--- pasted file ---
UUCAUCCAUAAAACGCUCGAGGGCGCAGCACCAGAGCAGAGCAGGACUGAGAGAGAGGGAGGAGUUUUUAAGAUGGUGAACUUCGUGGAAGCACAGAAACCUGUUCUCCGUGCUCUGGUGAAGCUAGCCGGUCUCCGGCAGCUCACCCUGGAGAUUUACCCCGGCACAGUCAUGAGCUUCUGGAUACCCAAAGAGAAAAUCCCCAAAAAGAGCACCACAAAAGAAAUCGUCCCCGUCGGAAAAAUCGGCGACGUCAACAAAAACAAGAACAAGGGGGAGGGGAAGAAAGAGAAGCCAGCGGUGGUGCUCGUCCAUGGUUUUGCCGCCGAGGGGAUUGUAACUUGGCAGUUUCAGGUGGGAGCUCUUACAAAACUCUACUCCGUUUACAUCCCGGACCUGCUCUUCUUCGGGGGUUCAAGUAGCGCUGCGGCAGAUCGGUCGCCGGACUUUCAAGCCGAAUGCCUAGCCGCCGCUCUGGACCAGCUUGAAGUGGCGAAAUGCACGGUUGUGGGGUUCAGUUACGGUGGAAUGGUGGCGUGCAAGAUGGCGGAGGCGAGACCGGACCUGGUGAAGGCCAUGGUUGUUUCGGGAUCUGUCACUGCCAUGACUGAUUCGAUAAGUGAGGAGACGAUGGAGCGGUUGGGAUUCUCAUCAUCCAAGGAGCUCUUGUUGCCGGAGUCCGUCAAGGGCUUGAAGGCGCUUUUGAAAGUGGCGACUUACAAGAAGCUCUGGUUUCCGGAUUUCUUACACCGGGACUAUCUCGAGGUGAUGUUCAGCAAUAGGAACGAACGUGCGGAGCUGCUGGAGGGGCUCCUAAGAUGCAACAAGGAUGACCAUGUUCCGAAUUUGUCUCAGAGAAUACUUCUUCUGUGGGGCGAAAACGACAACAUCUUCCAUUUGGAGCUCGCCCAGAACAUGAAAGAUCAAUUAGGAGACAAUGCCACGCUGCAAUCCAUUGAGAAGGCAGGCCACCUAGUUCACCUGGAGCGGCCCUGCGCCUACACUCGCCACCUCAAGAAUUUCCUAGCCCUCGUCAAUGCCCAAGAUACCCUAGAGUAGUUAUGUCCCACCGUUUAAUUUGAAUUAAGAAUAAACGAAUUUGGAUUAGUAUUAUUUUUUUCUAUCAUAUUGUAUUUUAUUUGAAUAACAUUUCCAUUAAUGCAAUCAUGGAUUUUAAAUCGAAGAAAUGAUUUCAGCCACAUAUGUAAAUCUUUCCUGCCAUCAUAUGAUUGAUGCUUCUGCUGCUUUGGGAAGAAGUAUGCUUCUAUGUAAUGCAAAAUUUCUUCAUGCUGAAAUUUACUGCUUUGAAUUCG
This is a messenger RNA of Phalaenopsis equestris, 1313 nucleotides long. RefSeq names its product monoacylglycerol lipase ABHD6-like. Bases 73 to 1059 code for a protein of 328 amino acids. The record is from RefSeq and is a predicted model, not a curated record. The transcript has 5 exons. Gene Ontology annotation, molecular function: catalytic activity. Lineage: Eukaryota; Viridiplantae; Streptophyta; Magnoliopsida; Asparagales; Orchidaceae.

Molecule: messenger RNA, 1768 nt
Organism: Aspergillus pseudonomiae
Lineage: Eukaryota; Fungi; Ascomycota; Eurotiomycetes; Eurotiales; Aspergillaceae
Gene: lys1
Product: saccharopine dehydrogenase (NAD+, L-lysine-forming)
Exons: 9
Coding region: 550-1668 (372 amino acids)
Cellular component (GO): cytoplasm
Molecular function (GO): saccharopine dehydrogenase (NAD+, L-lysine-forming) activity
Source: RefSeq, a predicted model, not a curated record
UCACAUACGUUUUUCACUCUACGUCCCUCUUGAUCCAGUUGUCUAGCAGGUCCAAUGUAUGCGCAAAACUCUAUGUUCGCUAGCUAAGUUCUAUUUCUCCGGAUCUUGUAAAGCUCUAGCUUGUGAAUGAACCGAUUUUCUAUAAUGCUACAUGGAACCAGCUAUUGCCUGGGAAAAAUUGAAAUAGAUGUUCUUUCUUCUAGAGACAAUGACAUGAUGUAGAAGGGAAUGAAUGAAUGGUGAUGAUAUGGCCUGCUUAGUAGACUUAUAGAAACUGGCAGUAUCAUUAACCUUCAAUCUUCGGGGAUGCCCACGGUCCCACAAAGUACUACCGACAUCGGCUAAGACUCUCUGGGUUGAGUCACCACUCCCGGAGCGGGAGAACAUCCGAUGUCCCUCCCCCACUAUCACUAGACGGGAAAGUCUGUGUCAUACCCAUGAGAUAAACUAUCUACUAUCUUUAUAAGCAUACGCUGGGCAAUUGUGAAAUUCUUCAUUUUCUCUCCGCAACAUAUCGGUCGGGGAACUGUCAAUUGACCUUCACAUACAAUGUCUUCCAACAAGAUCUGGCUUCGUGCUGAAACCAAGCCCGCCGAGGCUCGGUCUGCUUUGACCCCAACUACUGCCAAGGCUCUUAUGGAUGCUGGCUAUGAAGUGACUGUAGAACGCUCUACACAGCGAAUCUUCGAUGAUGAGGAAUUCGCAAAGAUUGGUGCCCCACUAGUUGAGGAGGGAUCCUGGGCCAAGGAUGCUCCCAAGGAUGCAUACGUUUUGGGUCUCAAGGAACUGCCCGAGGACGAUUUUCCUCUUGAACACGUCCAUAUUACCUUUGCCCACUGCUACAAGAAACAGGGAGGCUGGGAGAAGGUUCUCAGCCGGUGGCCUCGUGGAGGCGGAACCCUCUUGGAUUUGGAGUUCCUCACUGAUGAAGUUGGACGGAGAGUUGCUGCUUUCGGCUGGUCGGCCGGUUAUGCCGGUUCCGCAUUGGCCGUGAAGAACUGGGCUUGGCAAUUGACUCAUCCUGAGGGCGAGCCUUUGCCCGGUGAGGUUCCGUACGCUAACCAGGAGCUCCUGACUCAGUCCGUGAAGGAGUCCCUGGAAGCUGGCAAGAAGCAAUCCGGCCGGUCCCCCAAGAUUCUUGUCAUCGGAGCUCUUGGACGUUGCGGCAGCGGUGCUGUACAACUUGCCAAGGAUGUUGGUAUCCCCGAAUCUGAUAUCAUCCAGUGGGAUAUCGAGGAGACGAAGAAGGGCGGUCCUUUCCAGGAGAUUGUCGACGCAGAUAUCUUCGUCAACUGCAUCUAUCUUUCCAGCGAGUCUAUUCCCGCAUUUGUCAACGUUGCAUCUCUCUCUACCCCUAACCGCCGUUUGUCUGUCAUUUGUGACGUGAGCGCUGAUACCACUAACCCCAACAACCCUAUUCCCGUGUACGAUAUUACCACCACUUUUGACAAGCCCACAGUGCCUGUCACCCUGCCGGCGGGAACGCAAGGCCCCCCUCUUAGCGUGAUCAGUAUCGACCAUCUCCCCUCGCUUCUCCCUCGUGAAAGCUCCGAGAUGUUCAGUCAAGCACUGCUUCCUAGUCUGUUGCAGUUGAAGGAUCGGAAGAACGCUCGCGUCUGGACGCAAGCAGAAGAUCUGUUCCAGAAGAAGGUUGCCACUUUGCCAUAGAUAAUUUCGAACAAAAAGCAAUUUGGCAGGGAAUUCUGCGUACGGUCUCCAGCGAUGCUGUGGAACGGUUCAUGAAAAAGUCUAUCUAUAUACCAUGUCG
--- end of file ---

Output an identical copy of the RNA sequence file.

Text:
UUCAUCCAUAAAACGCUCGAGGGCGCAGCACCAGAGCAGAGCAGGACUGAGAGAGAGGGAGGAGUUUUUAAGAUGGUGAACUUCGUGGAAGCACAGAAACCUGUUCUCCGUGCUCUGGUGAAGCUAGCCGGUCUCCGGCAGCUCACCCUGGAGAUUUACCCCGGCACAGUCAUGAGCUUCUGGAUACCCAAAGAGAAAAUCCCCAAAAAGAGCACCACAAAAGAAAUCGUCCCCGUCGGAAAAAUCGGCGACGUCAACAAAAACAAGAACAAGGGGGAGGGGAAGAAAGAGAAGCCAGCGGUGGUGCUCGUCCAUGGUUUUGCCGCCGAGGGGAUUGUAACUUGGCAGUUUCAGGUGGGAGCUCUUACAAAACUCUACUCCGUUUACAUCCCGGACCUGCUCUUCUUCGGGGGUUCAAGUAGCGCUGCGGCAGAUCGGUCGCCGGACUUUCAAGCCGAAUGCCUAGCCGCCGCUCUGGACCAGCUUGAAGUGGCGAAAUGCACGGUUGUGGGGUUCAGUUACGGUGGAAUGGUGGCGUGCAAGAUGGCGGAGGCGAGACCGGACCUGGUGAAGGCCAUGGUUGUUUCGGGAUCUGUCACUGCCAUGACUGAUUCGAUAAGUGAGGAGACGAUGGAGCGGUUGGGAUUCUCAUCAUCCAAGGAGCUCUUGUUGCCGGAGUCCGUCAAGGGCUUGAAGGCGCUUUUGAAAGUGGCGACUUACAAGAAGCUCUGGUUUCCGGAUUUCUUACACCGGGACUAUCUCGAGGUGAUGUUCAGCAAUAGGAACGAACGUGCGGAGCUGCUGGAGGGGCUCCUAAGAUGCAACAAGGAUGACCAUGUUCCGAAUUUGUCUCAGAGAAUACUUCUUCUGUGGGGCGAAAACGACAACAUCUUCCAUUUGGAGCUCGCCCAGAACAUGAAAGAUCAAUUAGGAGACAAUGCCACGCUGCAAUCCAUUGAGAAGGCAGGCCACCUAGUUCACCUGGAGCGGCCCUGCGCCUACACUCGCCACCUCAAGAAUUUCCUAGCCCUCGUCAAUGCCCAAGAUACCCUAGAGUAGUUAUGUCCCACCGUUUAAUUUGAAUUAAGAAUAAACGAAUUUGGAUUAGUAUUAUUUUUUUCUAUCAUAUUGUAUUUUAUUUGAAUAACAUUUCCAUUAAUGCAAUCAUGGAUUUUAAAUCGAAGAAAUGAUUUCAGCCACAUAUGUAAAUCUUUCCUGCCAUCAUAUGAUUGAUGCUUCUGCUGCUUUGGGAAGAAGUAUGCUUCUAUGUAAUGCAAAAUUUCUUCAUGCUGAAAUUUACUGCUUUGAAUUCG
This is a messenger RNA of Phalaenopsis equestris, 1313 nucleotides long. RefSeq names its product monoacylglycerol lipase ABHD6-like. Bases 73 to 1059 code for a protein of 328 amino acids. The record is from RefSeq and is a predicted model, not a curated record. The transcript has 5 exons. Gene Ontology annotation, molecular function: catalytic activity. Lineage: Eukaryota; Viridiplantae; Streptophyta; Magnoliopsida; Asparagales; Orchidaceae.

Molecule: messenger RNA, 1768 nt
Organism: Aspergillus pseudonomiae
Lineage: Eukaryota; Fungi; Ascomycota; Eurotiomycetes; Eurotiales; Aspergillaceae
Gene: lys1
Product: saccharopine dehydrogenase (NAD+, L-lysine-forming)
Exons: 9
Coding region: 550-1668 (372 amino acids)
Cellular component (GO): cytoplasm
Molecular function (GO): saccharopine dehydrogenase (NAD+, L-lysine-forming) activity
Source: RefSeq, a predicted model, not a curated record
UCACAUACGUUUUUCACUCUACGUCCCUCUUGAUCCAGUUGUCUAGCAGGUCCAAUGUAUGCGCAAAACUCUAUGUUCGCUAGCUAAGUUCUAUUUCUCCGGAUCUUGUAAAGCUCUAGCUUGUGAAUGAACCGAUUUUCUAUAAUGCUACAUGGAACCAGCUAUUGCCUGGGAAAAAUUGAAAUAGAUGUUCUUUCUUCUAGAGACAAUGACAUGAUGUAGAAGGGAAUGAAUGAAUGGUGAUGAUAUGGCCUGCUUAGUAGACUUAUAGAAACUGGCAGUAUCAUUAACCUUCAAUCUUCGGGGAUGCCCACGGUCCCACAAAGUACUACCGACAUCGGCUAAGACUCUCUGGGUUGAGUCACCACUCCCGGAGCGGGAGAACAUCCGAUGUCCCUCCCCCACUAUCACUAGACGGGAAAGUCUGUGUCAUACCCAUGAGAUAAACUAUCUACUAUCUUUAUAAGCAUACGCUGGGCAAUUGUGAAAUUCUUCAUUUUCUCUCCGCAACAUAUCGGUCGGGGAACUGUCAAUUGACCUUCACAUACAAUGUCUUCCAACAAGAUCUGGCUUCGUGCUGAAACCAAGCCCGCCGAGGCUCGGUCUGCUUUGACCCCAACUACUGCCAAGGCUCUUAUGGAUGCUGGCUAUGAAGUGACUGUAGAACGCUCUACACAGCGAAUCUUCGAUGAUGAGGAAUUCGCAAAGAUUGGUGCCCCACUAGUUGAGGAGGGAUCCUGGGCCAAGGAUGCUCCCAAGGAUGCAUACGUUUUGGGUCUCAAGGAACUGCCCGAGGACGAUUUUCCUCUUGAACACGUCCAUAUUACCUUUGCCCACUGCUACAAGAAACAGGGAGGCUGGGAGAAGGUUCUCAGCCGGUGGCCUCGUGGAGGCGGAACCCUCUUGGAUUUGGAGUUCCUCACUGAUGAAGUUGGACGGAGAGUUGCUGCUUUCGGCUGGUCGGCCGGUUAUGCCGGUUCCGCAUUGGCCGUGAAGAACUGGGCUUGGCAAUUGACUCAUCCUGAGGGCGAGCCUUUGCCCGGUGAGGUUCCGUACGCUAACCAGGAGCUCCUGACUCAGUCCGUGAAGGAGUCCCUGGAAGCUGGCAAGAAGCAAUCCGGCCGGUCCCCCAAGAUUCUUGUCAUCGGAGCUCUUGGACGUUGCGGCAGCGGUGCUGUACAACUUGCCAAGGAUGUUGGUAUCCCCGAAUCUGAUAUCAUCCAGUGGGAUAUCGAGGAGACGAAGAAGGGCGGUCCUUUCCAGGAGAUUGUCGACGCAGAUAUCUUCGUCAACUGCAUCUAUCUUUCCAGCGAGUCUAUUCCCGCAUUUGUCAACGUUGCAUCUCUCUCUACCCCUAACCGCCGUUUGUCUGUCAUUUGUGACGUGAGCGCUGAUACCACUAACCCCAACAACCCUAUUCCCGUGUACGAUAUUACCACCACUUUUGACAAGCCCACAGUGCCUGUCACCCUGCCGGCGGGAACGCAAGGCCCCCCUCUUAGCGUGAUCAGUAUCGACCAUCUCCCCUCGCUUCUCCCUCGUGAAAGCUCCGAGAUGUUCAGUCAAGCACUGCUUCCUAGUCUGUUGCAGUUGAAGGAUCGGAAGAACGCUCGCGUCUGGACGCAAGCAGAAGAUCUGUUCCAGAAGAAGGUUGCCACUUUGCCAUAGAUAAUUUCGAACAAAAAGCAAUUUGGCAGGGAAUUCUGCGUACGGUCUCCAGCGAUGCUGUGGAACGGUUCAUGAAAAAGUCUAUCUAUAUACCAUGUCG